When it comes to life’s tragedies and the magnitude of evil in the world, I do not find any consolation or hope in theological explanations that attempt to answer questions of “Why?” I spent a major portion of a doctrinal seminar struggling with this issue, and after a time of intense study and discussion I realized no explanation is without problems. There is no answer. No response resolves all the questions and tensions. It was then, I think, that I consciously decided such questions are largely a waste of time. But you see, and this is really important, I had to ask “Why?” and enter the struggle, before I could ever move on to a place where I didn’t need to ask “Why?” anymore. I had to struggle with the question before I could let go of the question.

There are some folks who would like to think that some of us are exceptions, that God gives some of us special provision or protection that God doesn’t give to others – because we have the right faith, or are born into the right family or country – that somehow we are exempt. But that is not true. The gospel does not enclose us in a safety bubble. We are not immune to random acts of violence or to common human suffering.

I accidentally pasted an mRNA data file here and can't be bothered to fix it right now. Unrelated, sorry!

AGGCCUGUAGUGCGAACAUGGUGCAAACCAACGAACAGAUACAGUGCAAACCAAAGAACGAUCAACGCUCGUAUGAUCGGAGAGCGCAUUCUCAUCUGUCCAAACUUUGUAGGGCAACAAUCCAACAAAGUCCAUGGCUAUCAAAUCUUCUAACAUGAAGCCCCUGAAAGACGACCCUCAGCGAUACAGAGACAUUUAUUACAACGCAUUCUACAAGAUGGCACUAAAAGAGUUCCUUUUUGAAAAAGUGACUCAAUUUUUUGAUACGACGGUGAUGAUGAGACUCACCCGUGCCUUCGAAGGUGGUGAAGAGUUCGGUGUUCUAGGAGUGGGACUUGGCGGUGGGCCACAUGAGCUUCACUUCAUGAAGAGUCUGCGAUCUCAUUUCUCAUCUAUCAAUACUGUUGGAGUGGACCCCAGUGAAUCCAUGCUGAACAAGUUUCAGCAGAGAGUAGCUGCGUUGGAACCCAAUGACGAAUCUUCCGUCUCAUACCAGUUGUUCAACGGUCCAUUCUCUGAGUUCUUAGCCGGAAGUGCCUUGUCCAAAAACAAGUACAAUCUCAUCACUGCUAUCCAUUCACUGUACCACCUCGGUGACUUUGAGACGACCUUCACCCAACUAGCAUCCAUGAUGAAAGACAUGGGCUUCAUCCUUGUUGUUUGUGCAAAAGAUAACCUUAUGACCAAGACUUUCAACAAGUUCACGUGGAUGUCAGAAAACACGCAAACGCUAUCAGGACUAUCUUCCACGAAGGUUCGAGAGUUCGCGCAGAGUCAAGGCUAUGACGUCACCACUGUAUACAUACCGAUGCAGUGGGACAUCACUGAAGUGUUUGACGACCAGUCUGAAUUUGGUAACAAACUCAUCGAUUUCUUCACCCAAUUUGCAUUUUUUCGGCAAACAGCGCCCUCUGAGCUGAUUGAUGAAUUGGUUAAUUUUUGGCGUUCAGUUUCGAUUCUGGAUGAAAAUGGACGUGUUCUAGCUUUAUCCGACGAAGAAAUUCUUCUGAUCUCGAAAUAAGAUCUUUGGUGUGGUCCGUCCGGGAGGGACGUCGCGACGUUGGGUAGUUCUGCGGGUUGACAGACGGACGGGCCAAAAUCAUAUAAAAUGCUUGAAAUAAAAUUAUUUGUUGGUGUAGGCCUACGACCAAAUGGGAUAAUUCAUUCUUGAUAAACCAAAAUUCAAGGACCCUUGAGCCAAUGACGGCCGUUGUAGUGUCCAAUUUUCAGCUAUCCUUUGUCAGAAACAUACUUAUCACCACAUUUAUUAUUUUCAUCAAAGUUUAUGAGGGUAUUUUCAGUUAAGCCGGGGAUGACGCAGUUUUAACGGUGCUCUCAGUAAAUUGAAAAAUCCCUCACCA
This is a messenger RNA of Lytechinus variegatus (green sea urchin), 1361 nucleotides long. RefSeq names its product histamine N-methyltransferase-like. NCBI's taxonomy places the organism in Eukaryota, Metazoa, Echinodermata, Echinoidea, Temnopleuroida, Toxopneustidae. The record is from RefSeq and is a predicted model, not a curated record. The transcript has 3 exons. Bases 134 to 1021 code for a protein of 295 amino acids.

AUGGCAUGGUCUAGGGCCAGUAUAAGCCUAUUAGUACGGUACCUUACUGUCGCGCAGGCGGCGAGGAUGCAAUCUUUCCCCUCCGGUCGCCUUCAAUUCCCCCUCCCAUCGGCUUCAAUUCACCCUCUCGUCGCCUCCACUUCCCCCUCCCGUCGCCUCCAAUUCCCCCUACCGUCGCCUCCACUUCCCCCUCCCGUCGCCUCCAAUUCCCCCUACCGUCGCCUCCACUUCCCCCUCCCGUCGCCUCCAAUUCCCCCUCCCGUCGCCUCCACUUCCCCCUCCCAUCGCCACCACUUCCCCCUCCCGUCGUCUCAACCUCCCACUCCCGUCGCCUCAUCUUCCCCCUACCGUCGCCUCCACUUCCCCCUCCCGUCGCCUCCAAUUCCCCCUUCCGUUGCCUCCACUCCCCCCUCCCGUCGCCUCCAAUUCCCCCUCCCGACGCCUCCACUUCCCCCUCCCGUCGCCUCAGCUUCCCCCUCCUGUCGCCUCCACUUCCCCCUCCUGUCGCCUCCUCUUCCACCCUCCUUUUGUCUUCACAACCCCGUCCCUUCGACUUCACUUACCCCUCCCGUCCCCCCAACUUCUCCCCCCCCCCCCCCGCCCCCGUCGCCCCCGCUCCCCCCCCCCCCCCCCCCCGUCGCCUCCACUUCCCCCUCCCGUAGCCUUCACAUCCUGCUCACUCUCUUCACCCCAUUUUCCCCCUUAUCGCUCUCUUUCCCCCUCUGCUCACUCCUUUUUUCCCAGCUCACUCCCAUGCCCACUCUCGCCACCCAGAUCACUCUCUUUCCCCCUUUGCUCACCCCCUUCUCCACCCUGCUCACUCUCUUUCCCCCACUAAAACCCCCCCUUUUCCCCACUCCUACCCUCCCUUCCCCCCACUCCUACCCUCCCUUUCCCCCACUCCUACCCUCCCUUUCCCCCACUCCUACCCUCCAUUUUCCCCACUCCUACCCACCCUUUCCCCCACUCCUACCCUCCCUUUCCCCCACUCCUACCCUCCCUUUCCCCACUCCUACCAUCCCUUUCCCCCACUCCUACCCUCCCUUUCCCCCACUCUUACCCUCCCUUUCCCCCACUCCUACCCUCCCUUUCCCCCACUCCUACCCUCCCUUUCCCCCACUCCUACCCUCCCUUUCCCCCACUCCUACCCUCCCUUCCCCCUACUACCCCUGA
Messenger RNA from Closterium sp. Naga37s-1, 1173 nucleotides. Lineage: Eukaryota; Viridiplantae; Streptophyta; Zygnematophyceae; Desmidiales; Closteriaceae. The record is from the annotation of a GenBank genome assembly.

I used to express my gratitude for my situation in life by saying something like “I feel so blessed,” and I still use that expression sometimes, but I am very cautious and sensitive as to when I say it or how I use it, because I know there are those going through some really difficult times who do not feel so blessed.  So now I often say something like, “I feel so grateful” or “I feel fortunate or very lucky.”  I feel so blessed” could be understood to mean that others are not so blessed. I suspect that many who have used that expression don’t mean it that way, but that’s how it could very easily be understood. I don’t believe God favors some people over others, or blesses some people and not others, though God may have different assignments for us to do. Jesus could have only one mother who gave birth to him, right?

Sophie, our oldest granddaughter, who is now 8, liked for me to read her the story “Going on a Bear Hunt” when she was 3 or 4. I discovered that there are any number of versions of the story in print and on YouTube, but the basic storyline is, of course, the same in all versions. Whatever the challenge, whether it is a forest or muddy swamp or snow storm, there is no going over it, no going under it, and no going around it, you have to go through it. In a lot of ways it is a great story that prepares kids for the struggles and hardships of life that inevitably come our way.